By Glenn Ells
The packing house (the Cubans call it a benefit shed) is operating very smoothly. The only equipment that is powered by electricity is the two inspection belts and the rotating table, from which the guys pick and place the squash into bags.
The bags are piled 25 to a pallet and are moved by pallet jacks to a holding area and later into a container and stacked by hand.
There are 20 men and women on the benefit shed crew. They pack about one container each day.
In the field, the squash have been cut and placed in windrows with the stems up to dry. After two or three days, the field crew of 10 men toss the squash to catchers on a flatbed truck, who place them, carefully, to the shed, unloaded by pallet jack and workers supply the inspection belts by hand, removing culls as they do it. The people at the belts use damp cloths to remove any dirt from the squash and toss out any culls remaining.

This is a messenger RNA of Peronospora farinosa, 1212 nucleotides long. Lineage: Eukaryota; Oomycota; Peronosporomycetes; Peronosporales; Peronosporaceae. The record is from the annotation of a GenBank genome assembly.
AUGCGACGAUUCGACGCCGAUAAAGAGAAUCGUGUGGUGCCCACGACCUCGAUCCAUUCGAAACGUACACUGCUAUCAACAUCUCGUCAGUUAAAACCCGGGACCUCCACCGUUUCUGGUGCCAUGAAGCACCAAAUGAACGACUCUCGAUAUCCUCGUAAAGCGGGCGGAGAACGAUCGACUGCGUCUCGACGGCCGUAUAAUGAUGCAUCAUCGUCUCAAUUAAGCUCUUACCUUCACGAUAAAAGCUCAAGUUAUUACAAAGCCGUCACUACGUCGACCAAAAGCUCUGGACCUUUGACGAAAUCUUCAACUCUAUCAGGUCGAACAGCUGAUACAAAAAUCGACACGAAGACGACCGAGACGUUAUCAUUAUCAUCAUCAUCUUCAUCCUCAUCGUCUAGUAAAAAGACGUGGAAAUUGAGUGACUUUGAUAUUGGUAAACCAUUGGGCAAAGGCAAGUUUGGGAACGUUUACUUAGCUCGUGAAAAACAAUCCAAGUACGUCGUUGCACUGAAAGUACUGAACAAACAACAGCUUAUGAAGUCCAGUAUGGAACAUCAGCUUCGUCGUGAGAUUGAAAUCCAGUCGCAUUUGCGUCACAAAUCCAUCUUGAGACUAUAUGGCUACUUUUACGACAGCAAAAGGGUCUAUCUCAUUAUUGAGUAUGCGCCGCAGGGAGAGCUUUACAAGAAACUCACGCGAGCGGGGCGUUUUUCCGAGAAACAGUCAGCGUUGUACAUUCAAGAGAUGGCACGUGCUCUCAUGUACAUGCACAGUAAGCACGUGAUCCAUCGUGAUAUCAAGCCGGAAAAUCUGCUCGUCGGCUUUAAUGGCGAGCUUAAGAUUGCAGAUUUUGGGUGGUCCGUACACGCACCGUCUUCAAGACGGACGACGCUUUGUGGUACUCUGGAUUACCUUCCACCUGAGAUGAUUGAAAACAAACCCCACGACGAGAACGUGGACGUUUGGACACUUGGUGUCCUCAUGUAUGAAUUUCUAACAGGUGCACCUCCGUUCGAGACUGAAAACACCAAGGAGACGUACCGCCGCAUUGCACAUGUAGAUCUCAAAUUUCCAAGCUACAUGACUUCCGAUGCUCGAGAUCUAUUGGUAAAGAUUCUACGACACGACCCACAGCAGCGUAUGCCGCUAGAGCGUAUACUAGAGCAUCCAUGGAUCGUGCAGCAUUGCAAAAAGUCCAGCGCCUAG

Two people place squash from the table at the end of the belts into bags setting on scales set at 52 pounds. Their helpers
close the bags and place them on pallets, being careful to use knots on the drawstrings that can be easily undone in Canada - we use shoelace knots.
The parts I have to bring with me each year are new rollers for the pallet jacks, refills for the handwashing stations and sharp eyes for quality control. The crew is usually very well-trained and adjust easily to new orders. For example, we have a large crop, and this year the order is to toss out anything that is borderline or “not pretty.”
My most important function is to show up with lots of cold beer on the day we finish packing.
When we starting packing for the second shipment there was a bit of a maturity problem. Leta was with me at the shed and her experience with sweet mama squash soon helped sort that out - the Cubans wondered why we were cutting so many borderline squash in half.
Our last shipment leaves here on Feb. 4, so if all goes well, it should be on the way when you read this.